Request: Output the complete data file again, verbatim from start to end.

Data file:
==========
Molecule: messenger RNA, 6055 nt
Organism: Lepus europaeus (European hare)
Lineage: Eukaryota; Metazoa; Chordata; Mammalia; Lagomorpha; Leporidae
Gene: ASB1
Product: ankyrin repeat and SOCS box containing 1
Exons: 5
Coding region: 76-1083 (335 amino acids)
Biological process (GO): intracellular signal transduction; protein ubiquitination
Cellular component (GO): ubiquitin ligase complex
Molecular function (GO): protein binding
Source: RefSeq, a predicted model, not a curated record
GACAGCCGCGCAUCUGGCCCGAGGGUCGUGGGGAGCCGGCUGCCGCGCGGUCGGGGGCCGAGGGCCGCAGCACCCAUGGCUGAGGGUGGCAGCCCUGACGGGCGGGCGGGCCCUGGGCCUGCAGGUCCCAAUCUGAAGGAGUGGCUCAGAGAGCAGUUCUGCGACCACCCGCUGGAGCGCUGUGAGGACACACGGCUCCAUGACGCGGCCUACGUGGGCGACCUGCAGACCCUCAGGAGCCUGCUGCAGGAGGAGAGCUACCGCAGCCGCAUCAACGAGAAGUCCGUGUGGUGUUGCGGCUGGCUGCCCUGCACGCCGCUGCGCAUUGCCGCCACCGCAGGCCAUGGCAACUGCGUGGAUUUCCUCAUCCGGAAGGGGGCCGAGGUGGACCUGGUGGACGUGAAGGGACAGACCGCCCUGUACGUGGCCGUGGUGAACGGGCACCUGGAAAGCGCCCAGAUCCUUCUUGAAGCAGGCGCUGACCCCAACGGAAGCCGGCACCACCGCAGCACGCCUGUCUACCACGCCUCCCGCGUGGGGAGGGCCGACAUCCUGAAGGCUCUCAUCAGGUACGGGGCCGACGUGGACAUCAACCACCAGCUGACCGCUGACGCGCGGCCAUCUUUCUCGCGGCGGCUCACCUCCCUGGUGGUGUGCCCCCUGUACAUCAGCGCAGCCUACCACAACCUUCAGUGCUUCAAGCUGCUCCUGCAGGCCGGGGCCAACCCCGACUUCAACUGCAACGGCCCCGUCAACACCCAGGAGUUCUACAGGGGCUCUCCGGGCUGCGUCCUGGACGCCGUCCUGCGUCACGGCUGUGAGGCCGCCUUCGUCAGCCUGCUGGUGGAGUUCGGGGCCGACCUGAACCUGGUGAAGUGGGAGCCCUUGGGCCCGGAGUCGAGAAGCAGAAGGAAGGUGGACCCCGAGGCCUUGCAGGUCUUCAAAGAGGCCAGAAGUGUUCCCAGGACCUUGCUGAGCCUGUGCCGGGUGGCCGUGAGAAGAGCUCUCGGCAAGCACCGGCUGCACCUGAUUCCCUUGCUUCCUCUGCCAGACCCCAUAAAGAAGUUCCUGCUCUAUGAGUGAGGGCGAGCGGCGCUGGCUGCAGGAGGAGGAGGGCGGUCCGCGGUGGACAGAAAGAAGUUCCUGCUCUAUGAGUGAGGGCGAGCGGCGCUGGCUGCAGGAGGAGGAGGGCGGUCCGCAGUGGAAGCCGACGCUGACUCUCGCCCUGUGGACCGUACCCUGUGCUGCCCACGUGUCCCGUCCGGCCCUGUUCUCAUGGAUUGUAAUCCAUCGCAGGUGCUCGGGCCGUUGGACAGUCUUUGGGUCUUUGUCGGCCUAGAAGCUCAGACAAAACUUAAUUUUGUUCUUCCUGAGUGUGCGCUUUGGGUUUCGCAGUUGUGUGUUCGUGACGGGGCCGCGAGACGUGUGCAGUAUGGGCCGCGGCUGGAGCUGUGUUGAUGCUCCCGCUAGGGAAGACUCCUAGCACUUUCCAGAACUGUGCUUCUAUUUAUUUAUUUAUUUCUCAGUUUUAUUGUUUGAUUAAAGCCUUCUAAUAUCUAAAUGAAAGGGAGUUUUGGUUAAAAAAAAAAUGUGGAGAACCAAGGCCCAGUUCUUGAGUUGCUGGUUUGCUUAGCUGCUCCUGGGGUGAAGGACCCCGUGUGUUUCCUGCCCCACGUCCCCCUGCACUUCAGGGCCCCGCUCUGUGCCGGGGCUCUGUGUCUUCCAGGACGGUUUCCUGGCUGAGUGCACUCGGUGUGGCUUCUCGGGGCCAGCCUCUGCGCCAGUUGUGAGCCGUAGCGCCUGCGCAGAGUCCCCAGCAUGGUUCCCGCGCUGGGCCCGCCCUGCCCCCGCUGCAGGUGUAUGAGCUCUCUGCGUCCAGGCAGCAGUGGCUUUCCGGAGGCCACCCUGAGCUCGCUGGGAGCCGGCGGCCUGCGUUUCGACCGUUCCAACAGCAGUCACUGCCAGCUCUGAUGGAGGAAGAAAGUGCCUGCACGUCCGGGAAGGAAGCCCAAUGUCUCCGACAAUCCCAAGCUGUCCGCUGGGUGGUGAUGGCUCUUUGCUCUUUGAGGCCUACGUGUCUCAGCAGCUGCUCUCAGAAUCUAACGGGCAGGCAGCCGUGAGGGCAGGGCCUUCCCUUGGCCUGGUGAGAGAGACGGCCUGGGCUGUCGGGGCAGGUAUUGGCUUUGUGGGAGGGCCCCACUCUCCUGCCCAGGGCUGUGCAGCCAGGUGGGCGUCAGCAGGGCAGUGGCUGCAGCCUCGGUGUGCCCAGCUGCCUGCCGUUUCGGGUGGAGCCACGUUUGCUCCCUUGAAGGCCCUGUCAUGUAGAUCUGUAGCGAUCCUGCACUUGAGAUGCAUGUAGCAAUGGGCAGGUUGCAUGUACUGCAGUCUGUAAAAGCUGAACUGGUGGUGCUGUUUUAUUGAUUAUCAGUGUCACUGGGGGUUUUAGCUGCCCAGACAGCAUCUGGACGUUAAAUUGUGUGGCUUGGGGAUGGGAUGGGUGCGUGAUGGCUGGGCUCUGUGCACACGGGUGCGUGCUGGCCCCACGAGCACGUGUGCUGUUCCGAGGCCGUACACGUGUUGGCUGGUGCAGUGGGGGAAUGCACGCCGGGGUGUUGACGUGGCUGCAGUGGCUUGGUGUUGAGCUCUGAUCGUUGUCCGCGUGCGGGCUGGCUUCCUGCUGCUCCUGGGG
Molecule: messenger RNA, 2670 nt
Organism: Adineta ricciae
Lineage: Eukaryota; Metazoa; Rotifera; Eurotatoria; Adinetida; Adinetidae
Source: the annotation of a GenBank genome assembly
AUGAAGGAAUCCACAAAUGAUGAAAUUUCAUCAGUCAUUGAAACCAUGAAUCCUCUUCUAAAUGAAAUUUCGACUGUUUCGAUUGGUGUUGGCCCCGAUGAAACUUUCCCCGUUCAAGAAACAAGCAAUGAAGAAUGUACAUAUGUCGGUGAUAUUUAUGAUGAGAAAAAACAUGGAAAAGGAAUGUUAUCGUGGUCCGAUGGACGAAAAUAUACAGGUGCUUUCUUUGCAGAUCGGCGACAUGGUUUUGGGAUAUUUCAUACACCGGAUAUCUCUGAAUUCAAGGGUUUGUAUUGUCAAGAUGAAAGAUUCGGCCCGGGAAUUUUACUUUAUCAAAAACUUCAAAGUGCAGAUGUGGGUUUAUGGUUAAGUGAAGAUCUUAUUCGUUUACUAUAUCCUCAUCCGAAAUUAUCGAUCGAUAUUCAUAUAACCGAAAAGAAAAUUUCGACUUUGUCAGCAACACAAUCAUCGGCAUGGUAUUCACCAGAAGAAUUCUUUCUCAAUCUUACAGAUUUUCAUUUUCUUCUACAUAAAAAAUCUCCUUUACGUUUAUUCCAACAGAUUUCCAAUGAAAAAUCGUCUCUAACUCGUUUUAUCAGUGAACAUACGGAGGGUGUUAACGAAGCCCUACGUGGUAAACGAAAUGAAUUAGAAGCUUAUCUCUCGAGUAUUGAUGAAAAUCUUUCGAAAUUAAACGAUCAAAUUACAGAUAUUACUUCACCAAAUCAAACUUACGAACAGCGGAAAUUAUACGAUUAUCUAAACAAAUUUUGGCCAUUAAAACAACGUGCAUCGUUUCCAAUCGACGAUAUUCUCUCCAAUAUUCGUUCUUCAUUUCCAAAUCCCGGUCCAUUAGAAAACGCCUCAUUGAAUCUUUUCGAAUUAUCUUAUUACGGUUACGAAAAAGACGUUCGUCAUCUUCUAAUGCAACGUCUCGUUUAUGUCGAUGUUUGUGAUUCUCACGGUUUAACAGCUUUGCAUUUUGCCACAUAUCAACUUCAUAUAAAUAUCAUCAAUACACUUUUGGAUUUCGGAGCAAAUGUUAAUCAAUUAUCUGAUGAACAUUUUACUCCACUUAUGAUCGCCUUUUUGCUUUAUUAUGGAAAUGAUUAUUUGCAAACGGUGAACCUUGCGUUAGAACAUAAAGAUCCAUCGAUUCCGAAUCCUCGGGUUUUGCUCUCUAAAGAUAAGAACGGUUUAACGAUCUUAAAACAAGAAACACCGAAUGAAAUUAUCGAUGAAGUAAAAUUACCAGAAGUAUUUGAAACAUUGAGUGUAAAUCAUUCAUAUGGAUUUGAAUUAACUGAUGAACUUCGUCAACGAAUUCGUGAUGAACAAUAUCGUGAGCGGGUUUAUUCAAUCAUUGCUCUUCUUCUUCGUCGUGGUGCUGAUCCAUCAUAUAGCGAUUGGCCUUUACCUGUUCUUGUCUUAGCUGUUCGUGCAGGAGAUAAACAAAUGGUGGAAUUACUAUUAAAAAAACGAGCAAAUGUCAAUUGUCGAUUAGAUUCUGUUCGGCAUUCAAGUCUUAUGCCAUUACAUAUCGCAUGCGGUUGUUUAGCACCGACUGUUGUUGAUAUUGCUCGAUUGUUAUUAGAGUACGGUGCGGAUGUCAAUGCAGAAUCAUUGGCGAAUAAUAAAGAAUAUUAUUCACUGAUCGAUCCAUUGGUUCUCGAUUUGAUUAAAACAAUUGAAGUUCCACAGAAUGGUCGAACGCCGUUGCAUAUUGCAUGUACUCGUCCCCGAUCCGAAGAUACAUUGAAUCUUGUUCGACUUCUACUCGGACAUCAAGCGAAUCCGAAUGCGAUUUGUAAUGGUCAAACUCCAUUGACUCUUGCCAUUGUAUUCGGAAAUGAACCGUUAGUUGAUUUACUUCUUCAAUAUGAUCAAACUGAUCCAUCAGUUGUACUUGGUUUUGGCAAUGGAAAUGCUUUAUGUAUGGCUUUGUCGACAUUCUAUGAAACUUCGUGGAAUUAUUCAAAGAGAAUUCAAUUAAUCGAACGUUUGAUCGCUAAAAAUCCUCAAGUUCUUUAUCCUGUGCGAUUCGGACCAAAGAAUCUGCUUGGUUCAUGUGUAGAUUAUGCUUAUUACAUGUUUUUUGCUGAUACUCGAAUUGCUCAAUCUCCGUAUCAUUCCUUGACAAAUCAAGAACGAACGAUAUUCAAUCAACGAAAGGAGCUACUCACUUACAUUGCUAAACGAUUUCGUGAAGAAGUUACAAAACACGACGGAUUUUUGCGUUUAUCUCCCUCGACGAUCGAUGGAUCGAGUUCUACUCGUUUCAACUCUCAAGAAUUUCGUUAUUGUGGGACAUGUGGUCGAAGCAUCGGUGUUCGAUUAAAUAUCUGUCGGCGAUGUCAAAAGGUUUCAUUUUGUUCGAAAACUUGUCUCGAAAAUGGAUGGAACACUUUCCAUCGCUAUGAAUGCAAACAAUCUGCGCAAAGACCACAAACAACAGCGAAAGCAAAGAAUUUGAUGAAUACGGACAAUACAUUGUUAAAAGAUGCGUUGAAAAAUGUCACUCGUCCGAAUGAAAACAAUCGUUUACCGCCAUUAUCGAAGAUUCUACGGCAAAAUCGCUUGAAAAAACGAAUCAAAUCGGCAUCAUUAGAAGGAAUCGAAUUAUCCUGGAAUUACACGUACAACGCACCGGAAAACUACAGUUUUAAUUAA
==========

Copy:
Molecule: messenger RNA, 6055 nt
Organism: Lepus europaeus (European hare)
Lineage: Eukaryota; Metazoa; Chordata; Mammalia; Lagomorpha; Leporidae
Gene: ASB1
Product: ankyrin repeat and SOCS box containing 1
Exons: 5
Coding region: 76-1083 (335 amino acids)
Biological process (GO): intracellular signal transduction; protein ubiquitination
Cellular component (GO): ubiquitin ligase complex
Molecular function (GO): protein binding
Source: RefSeq, a predicted model, not a curated record
GACAGCCGCGCAUCUGGCCCGAGGGUCGUGGGGAGCCGGCUGCCGCGCGGUCGGGGGCCGAGGGCCGCAGCACCCAUGGCUGAGGGUGGCAGCCCUGACGGGCGGGCGGGCCCUGGGCCUGCAGGUCCCAAUCUGAAGGAGUGGCUCAGAGAGCAGUUCUGCGACCACCCGCUGGAGCGCUGUGAGGACACACGGCUCCAUGACGCGGCCUACGUGGGCGACCUGCAGACCCUCAGGAGCCUGCUGCAGGAGGAGAGCUACCGCAGCCGCAUCAACGAGAAGUCCGUGUGGUGUUGCGGCUGGCUGCCCUGCACGCCGCUGCGCAUUGCCGCCACCGCAGGCCAUGGCAACUGCGUGGAUUUCCUCAUCCGGAAGGGGGCCGAGGUGGACCUGGUGGACGUGAAGGGACAGACCGCCCUGUACGUGGCCGUGGUGAACGGGCACCUGGAAAGCGCCCAGAUCCUUCUUGAAGCAGGCGCUGACCCCAACGGAAGCCGGCACCACCGCAGCACGCCUGUCUACCACGCCUCCCGCGUGGGGAGGGCCGACAUCCUGAAGGCUCUCAUCAGGUACGGGGCCGACGUGGACAUCAACCACCAGCUGACCGCUGACGCGCGGCCAUCUUUCUCGCGGCGGCUCACCUCCCUGGUGGUGUGCCCCCUGUACAUCAGCGCAGCCUACCACAACCUUCAGUGCUUCAAGCUGCUCCUGCAGGCCGGGGCCAACCCCGACUUCAACUGCAACGGCCCCGUCAACACCCAGGAGUUCUACAGGGGCUCUCCGGGCUGCGUCCUGGACGCCGUCCUGCGUCACGGCUGUGAGGCCGCCUUCGUCAGCCUGCUGGUGGAGUUCGGGGCCGACCUGAACCUGGUGAAGUGGGAGCCCUUGGGCCCGGAGUCGAGAAGCAGAAGGAAGGUGGACCCCGAGGCCUUGCAGGUCUUCAAAGAGGCCAGAAGUGUUCCCAGGACCUUGCUGAGCCUGUGCCGGGUGGCCGUGAGAAGAGCUCUCGGCAAGCACCGGCUGCACCUGAUUCCCUUGCUUCCUCUGCCAGACCCCAUAAAGAAGUUCCUGCUCUAUGAGUGAGGGCGAGCGGCGCUGGCUGCAGGAGGAGGAGGGCGGUCCGCGGUGGACAGAAAGAAGUUCCUGCUCUAUGAGUGAGGGCGAGCGGCGCUGGCUGCAGGAGGAGGAGGGCGGUCCGCAGUGGAAGCCGACGCUGACUCUCGCCCUGUGGACCGUACCCUGUGCUGCCCACGUGUCCCGUCCGGCCCUGUUCUCAUGGAUUGUAAUCCAUCGCAGGUGCUCGGGCCGUUGGACAGUCUUUGGGUCUUUGUCGGCCUAGAAGCUCAGACAAAACUUAAUUUUGUUCUUCCUGAGUGUGCGCUUUGGGUUUCGCAGUUGUGUGUUCGUGACGGGGCCGCGAGACGUGUGCAGUAUGGGCCGCGGCUGGAGCUGUGUUGAUGCUCCCGCUAGGGAAGACUCCUAGCACUUUCCAGAACUGUGCUUCUAUUUAUUUAUUUAUUUCUCAGUUUUAUUGUUUGAUUAAAGCCUUCUAAUAUCUAAAUGAAAGGGAGUUUUGGUUAAAAAAAAAAUGUGGAGAACCAAGGCCCAGUUCUUGAGUUGCUGGUUUGCUUAGCUGCUCCUGGGGUGAAGGACCCCGUGUGUUUCCUGCCCCACGUCCCCCUGCACUUCAGGGCCCCGCUCUGUGCCGGGGCUCUGUGUCUUCCAGGACGGUUUCCUGGCUGAGUGCACUCGGUGUGGCUUCUCGGGGCCAGCCUCUGCGCCAGUUGUGAGCCGUAGCGCCUGCGCAGAGUCCCCAGCAUGGUUCCCGCGCUGGGCCCGCCCUGCCCCCGCUGCAGGUGUAUGAGCUCUCUGCGUCCAGGCAGCAGUGGCUUUCCGGAGGCCACCCUGAGCUCGCUGGGAGCCGGCGGCCUGCGUUUCGACCGUUCCAACAGCAGUCACUGCCAGCUCUGAUGGAGGAAGAAAGUGCCUGCACGUCCGGGAAGGAAGCCCAAUGUCUCCGACAAUCCCAAGCUGUCCGCUGGGUGGUGAUGGCUCUUUGCUCUUUGAGGCCUACGUGUCUCAGCAGCUGCUCUCAGAAUCUAACGGGCAGGCAGCCGUGAGGGCAGGGCCUUCCCUUGGCCUGGUGAGAGAGACGGCCUGGGCUGUCGGGGCAGGUAUUGGCUUUGUGGGAGGGCCCCACUCUCCUGCCCAGGGCUGUGCAGCCAGGUGGGCGUCAGCAGGGCAGUGGCUGCAGCCUCGGUGUGCCCAGCUGCCUGCCGUUUCGGGUGGAGCCACGUUUGCUCCCUUGAAGGCCCUGUCAUGUAGAUCUGUAGCGAUCCUGCACUUGAGAUGCAUGUAGCAAUGGGCAGGUUGCAUGUACUGCAGUCUGUAAAAGCUGAACUGGUGGUGCUGUUUUAUUGAUUAUCAGUGUCACUGGGGGUUUUAGCUGCCCAGACAGCAUCUGGACGUUAAAUUGUGUGGCUUGGGGAUGGGAUGGGUGCGUGAUGGCUGGGCUCUGUGCACACGGGUGCGUGCUGGCCCCACGAGCACGUGUGCUGUUCCGAGGCCGUACACGUGUUGGCUGGUGCAGUGGGGGAAUGCACGCCGGGGUGUUGACGUGGCUGCAGUGGCUUGGUGUUGAGCUCUGAUCGUUGUCCGCGUGCGGGCUGGCUUCCUGCUGCUCCUGGGG
Molecule: messenger RNA, 2670 nt
Organism: Adineta ricciae
Lineage: Eukaryota; Metazoa; Rotifera; Eurotatoria; Adinetida; Adinetidae
Source: the annotation of a GenBank genome assembly
AUGAAGGAAUCCACAAAUGAUGAAAUUUCAUCAGUCAUUGAAACCAUGAAUCCUCUUCUAAAUGAAAUUUCGACUGUUUCGAUUGGUGUUGGCCCCGAUGAAACUUUCCCCGUUCAAGAAACAAGCAAUGAAGAAUGUACAUAUGUCGGUGAUAUUUAUGAUGAGAAAAAACAUGGAAAAGGAAUGUUAUCGUGGUCCGAUGGACGAAAAUAUACAGGUGCUUUCUUUGCAGAUCGGCGACAUGGUUUUGGGAUAUUUCAUACACCGGAUAUCUCUGAAUUCAAGGGUUUGUAUUGUCAAGAUGAAAGAUUCGGCCCGGGAAUUUUACUUUAUCAAAAACUUCAAAGUGCAGAUGUGGGUUUAUGGUUAAGUGAAGAUCUUAUUCGUUUACUAUAUCCUCAUCCGAAAUUAUCGAUCGAUAUUCAUAUAACCGAAAAGAAAAUUUCGACUUUGUCAGCAACACAAUCAUCGGCAUGGUAUUCACCAGAAGAAUUCUUUCUCAAUCUUACAGAUUUUCAUUUUCUUCUACAUAAAAAAUCUCCUUUACGUUUAUUCCAACAGAUUUCCAAUGAAAAAUCGUCUCUAACUCGUUUUAUCAGUGAACAUACGGAGGGUGUUAACGAAGCCCUACGUGGUAAACGAAAUGAAUUAGAAGCUUAUCUCUCGAGUAUUGAUGAAAAUCUUUCGAAAUUAAACGAUCAAAUUACAGAUAUUACUUCACCAAAUCAAACUUACGAACAGCGGAAAUUAUACGAUUAUCUAAACAAAUUUUGGCCAUUAAAACAACGUGCAUCGUUUCCAAUCGACGAUAUUCUCUCCAAUAUUCGUUCUUCAUUUCCAAAUCCCGGUCCAUUAGAAAACGCCUCAUUGAAUCUUUUCGAAUUAUCUUAUUACGGUUACGAAAAAGACGUUCGUCAUCUUCUAAUGCAACGUCUCGUUUAUGUCGAUGUUUGUGAUUCUCACGGUUUAACAGCUUUGCAUUUUGCCACAUAUCAACUUCAUAUAAAUAUCAUCAAUACACUUUUGGAUUUCGGAGCAAAUGUUAAUCAAUUAUCUGAUGAACAUUUUACUCCACUUAUGAUCGCCUUUUUGCUUUAUUAUGGAAAUGAUUAUUUGCAAACGGUGAACCUUGCGUUAGAACAUAAAGAUCCAUCGAUUCCGAAUCCUCGGGUUUUGCUCUCUAAAGAUAAGAACGGUUUAACGAUCUUAAAACAAGAAACACCGAAUGAAAUUAUCGAUGAAGUAAAAUUACCAGAAGUAUUUGAAACAUUGAGUGUAAAUCAUUCAUAUGGAUUUGAAUUAACUGAUGAACUUCGUCAACGAAUUCGUGAUGAACAAUAUCGUGAGCGGGUUUAUUCAAUCAUUGCUCUUCUUCUUCGUCGUGGUGCUGAUCCAUCAUAUAGCGAUUGGCCUUUACCUGUUCUUGUCUUAGCUGUUCGUGCAGGAGAUAAACAAAUGGUGGAAUUACUAUUAAAAAAACGAGCAAAUGUCAAUUGUCGAUUAGAUUCUGUUCGGCAUUCAAGUCUUAUGCCAUUACAUAUCGCAUGCGGUUGUUUAGCACCGACUGUUGUUGAUAUUGCUCGAUUGUUAUUAGAGUACGGUGCGGAUGUCAAUGCAGAAUCAUUGGCGAAUAAUAAAGAAUAUUAUUCACUGAUCGAUCCAUUGGUUCUCGAUUUGAUUAAAACAAUUGAAGUUCCACAGAAUGGUCGAACGCCGUUGCAUAUUGCAUGUACUCGUCCCCGAUCCGAAGAUACAUUGAAUCUUGUUCGACUUCUACUCGGACAUCAAGCGAAUCCGAAUGCGAUUUGUAAUGGUCAAACUCCAUUGACUCUUGCCAUUGUAUUCGGAAAUGAACCGUUAGUUGAUUUACUUCUUCAAUAUGAUCAAACUGAUCCAUCAGUUGUACUUGGUUUUGGCAAUGGAAAUGCUUUAUGUAUGGCUUUGUCGACAUUCUAUGAAACUUCGUGGAAUUAUUCAAAGAGAAUUCAAUUAAUCGAACGUUUGAUCGCUAAAAAUCCUCAAGUUCUUUAUCCUGUGCGAUUCGGACCAAAGAAUCUGCUUGGUUCAUGUGUAGAUUAUGCUUAUUACAUGUUUUUUGCUGAUACUCGAAUUGCUCAAUCUCCGUAUCAUUCCUUGACAAAUCAAGAACGAACGAUAUUCAAUCAACGAAAGGAGCUACUCACUUACAUUGCUAAACGAUUUCGUGAAGAAGUUACAAAACACGACGGAUUUUUGCGUUUAUCUCCCUCGACGAUCGAUGGAUCGAGUUCUACUCGUUUCAACUCUCAAGAAUUUCGUUAUUGUGGGACAUGUGGUCGAAGCAUCGGUGUUCGAUUAAAUAUCUGUCGGCGAUGUCAAAAGGUUUCAUUUUGUUCGAAAACUUGUCUCGAAAAUGGAUGGAACACUUUCCAUCGCUAUGAAUGCAAACAAUCUGCGCAAAGACCACAAACAACAGCGAAAGCAAAGAAUUUGAUGAAUACGGACAAUACAUUGUUAAAAGAUGCGUUGAAAAAUGUCACUCGUCCGAAUGAAAACAAUCGUUUACCGCCAUUAUCGAAGAUUCUACGGCAAAAUCGCUUGAAAAAACGAAUCAAAUCGGCAUCAUUAGAAGGAAUCGAAUUAUCCUGGAAUUACACGUACAACGCACCGGAAAACUACAGUUUUAAUUAA